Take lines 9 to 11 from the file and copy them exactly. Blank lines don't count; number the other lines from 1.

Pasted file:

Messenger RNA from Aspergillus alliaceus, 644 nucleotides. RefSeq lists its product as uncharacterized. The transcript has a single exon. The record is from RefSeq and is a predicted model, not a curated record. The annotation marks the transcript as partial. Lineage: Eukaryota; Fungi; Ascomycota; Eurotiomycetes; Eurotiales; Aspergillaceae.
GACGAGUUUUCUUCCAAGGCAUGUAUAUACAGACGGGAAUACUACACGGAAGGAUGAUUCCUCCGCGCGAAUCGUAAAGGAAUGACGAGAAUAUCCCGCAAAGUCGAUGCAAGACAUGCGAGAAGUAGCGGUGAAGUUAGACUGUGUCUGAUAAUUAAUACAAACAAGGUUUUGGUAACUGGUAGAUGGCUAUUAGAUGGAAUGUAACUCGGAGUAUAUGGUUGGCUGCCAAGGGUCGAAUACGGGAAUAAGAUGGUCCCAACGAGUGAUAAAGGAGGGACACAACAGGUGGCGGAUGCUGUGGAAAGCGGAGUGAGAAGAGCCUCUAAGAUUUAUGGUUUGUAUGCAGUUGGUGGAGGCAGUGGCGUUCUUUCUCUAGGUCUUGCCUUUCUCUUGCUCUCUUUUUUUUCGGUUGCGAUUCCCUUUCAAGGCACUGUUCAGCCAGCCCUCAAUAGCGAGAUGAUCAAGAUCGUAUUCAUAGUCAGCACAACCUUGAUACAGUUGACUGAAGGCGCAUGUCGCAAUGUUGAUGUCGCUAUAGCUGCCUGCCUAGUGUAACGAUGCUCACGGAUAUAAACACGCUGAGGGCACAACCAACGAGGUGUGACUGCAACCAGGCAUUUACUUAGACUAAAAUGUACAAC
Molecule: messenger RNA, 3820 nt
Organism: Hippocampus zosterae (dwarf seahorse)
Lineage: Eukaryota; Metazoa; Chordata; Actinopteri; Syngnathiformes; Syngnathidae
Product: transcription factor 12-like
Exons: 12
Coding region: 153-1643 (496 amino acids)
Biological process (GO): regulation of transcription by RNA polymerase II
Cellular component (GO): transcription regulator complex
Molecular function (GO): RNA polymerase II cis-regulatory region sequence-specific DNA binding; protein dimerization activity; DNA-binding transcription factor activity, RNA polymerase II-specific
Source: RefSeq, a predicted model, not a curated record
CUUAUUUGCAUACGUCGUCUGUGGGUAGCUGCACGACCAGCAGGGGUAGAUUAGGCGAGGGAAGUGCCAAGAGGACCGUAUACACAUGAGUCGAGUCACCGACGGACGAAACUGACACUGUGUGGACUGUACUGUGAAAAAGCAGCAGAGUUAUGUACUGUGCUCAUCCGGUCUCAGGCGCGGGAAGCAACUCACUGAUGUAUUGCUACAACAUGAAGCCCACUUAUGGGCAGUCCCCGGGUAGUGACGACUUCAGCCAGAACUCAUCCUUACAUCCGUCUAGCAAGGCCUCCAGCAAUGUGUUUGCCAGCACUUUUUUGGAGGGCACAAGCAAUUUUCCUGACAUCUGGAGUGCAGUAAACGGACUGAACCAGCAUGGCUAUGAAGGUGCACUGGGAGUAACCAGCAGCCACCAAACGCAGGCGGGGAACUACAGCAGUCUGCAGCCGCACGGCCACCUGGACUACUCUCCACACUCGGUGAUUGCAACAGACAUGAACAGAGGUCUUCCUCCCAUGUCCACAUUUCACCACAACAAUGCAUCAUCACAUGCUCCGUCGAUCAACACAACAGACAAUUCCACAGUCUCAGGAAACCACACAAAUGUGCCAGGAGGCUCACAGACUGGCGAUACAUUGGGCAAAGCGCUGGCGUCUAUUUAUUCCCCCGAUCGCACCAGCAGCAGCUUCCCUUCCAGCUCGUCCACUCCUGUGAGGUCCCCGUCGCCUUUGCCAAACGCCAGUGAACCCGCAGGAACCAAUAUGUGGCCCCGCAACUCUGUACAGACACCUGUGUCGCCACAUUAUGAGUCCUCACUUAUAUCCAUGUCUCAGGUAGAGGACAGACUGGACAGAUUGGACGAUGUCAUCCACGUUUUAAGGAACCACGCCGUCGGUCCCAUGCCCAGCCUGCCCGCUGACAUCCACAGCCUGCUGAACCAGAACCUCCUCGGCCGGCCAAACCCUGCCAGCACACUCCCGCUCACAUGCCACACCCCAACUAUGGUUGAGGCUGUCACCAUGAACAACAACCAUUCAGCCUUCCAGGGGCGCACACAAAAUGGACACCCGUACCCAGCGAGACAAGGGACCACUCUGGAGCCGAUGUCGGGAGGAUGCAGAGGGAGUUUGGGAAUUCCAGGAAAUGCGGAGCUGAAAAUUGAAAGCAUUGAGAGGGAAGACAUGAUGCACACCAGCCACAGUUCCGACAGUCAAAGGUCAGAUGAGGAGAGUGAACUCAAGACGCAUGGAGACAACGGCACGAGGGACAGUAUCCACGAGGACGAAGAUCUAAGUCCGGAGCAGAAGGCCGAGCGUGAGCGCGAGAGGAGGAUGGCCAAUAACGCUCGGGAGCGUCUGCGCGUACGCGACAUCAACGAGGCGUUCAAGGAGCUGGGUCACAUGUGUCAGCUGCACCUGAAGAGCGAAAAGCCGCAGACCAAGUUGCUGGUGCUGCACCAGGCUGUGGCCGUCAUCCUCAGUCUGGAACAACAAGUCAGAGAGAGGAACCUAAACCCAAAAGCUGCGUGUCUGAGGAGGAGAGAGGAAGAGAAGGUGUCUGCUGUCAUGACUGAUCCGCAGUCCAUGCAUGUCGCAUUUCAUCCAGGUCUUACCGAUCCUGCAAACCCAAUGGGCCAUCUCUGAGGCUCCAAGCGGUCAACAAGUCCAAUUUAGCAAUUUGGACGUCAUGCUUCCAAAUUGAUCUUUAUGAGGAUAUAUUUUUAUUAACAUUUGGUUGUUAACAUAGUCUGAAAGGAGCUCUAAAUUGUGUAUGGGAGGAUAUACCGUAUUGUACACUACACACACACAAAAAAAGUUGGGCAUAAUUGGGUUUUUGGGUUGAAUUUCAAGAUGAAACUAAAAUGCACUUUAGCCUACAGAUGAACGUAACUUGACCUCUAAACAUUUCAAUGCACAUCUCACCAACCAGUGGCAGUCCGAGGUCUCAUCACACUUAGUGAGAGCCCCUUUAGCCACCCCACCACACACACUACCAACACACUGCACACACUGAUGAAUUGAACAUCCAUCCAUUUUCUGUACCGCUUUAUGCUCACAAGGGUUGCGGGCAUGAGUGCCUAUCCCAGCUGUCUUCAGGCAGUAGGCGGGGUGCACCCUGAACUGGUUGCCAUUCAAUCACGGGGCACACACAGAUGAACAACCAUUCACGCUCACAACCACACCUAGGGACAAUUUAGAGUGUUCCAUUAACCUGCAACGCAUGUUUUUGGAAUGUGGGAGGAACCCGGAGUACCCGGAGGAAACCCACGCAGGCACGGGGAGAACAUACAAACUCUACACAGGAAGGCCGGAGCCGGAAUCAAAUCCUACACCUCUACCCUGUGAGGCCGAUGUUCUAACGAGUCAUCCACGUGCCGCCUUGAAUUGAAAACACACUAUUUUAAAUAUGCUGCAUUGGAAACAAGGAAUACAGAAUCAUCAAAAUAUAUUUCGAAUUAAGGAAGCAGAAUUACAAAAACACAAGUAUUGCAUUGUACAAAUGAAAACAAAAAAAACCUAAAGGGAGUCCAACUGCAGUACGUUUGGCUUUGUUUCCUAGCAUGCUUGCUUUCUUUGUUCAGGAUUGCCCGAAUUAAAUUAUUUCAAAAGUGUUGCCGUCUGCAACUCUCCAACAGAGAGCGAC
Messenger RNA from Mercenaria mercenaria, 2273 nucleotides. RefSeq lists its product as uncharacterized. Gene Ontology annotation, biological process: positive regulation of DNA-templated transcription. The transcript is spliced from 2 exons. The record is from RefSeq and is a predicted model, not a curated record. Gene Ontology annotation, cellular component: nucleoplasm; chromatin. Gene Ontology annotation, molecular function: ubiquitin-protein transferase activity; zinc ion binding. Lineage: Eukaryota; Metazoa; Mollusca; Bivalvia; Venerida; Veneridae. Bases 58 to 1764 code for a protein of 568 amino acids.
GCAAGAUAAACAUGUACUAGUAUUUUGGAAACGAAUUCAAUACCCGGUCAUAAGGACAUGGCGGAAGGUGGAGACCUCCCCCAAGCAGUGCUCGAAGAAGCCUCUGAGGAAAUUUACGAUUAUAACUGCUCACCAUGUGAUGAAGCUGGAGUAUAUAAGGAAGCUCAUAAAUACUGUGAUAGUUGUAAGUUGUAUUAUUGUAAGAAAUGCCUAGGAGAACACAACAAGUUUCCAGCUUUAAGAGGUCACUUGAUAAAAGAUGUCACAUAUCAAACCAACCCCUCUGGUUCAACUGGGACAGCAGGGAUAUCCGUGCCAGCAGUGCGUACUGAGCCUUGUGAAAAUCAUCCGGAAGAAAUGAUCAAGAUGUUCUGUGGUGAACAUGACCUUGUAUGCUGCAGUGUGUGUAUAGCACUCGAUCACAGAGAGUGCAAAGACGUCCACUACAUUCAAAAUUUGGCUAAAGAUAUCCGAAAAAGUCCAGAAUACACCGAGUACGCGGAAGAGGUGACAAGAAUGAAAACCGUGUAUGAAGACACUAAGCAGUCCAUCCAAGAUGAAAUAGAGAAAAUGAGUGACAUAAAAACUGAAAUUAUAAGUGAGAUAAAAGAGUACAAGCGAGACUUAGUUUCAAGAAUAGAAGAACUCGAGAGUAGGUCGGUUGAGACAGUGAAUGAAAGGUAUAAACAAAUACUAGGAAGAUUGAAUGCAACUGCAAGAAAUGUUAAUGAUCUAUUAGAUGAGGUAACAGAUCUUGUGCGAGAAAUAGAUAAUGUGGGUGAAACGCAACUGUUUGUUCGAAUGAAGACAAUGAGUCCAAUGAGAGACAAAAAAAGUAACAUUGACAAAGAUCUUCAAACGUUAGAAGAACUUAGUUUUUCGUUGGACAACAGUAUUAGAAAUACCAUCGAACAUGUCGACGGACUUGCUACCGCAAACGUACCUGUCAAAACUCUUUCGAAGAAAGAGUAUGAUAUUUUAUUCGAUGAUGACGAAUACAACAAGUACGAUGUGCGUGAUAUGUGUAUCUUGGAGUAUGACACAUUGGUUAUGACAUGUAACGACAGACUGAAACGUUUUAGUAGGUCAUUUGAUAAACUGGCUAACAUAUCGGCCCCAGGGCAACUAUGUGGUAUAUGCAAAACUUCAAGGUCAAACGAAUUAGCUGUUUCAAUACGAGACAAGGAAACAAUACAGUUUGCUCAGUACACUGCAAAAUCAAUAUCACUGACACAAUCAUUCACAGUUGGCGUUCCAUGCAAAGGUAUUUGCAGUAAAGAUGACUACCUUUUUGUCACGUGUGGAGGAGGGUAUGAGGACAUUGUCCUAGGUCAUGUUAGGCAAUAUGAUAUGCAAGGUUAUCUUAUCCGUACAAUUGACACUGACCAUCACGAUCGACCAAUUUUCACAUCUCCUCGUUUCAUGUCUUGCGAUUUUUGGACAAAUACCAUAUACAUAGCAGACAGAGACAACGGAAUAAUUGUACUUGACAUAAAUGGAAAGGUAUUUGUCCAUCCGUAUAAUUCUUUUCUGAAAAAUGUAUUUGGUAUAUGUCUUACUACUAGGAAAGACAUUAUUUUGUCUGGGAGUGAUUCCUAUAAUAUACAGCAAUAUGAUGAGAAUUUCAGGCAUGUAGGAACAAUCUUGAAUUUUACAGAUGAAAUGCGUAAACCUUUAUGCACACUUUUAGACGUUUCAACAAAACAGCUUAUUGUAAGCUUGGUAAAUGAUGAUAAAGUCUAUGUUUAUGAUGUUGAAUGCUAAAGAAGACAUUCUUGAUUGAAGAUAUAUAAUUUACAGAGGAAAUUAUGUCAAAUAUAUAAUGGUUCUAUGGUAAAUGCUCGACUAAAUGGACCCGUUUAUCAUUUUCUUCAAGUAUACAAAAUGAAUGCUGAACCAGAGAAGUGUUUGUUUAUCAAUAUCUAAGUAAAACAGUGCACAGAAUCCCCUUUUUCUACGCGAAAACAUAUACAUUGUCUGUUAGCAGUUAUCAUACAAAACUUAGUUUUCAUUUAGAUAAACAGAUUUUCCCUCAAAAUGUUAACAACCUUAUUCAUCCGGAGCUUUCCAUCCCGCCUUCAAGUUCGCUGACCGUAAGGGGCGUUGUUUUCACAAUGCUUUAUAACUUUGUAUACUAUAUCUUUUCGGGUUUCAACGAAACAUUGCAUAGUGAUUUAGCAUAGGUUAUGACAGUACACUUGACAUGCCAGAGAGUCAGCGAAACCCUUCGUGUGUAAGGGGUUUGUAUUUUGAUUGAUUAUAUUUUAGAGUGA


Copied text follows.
Biological process (GO): regulation of transcription by RNA polymerase II
Cellular component (GO): transcription regulator complex
Molecular function (GO): RNA polymerase II cis-regulatory region sequence-specific DNA binding; protein dimerization activity; DNA-binding transcription factor activity, RNA polymerase II-specific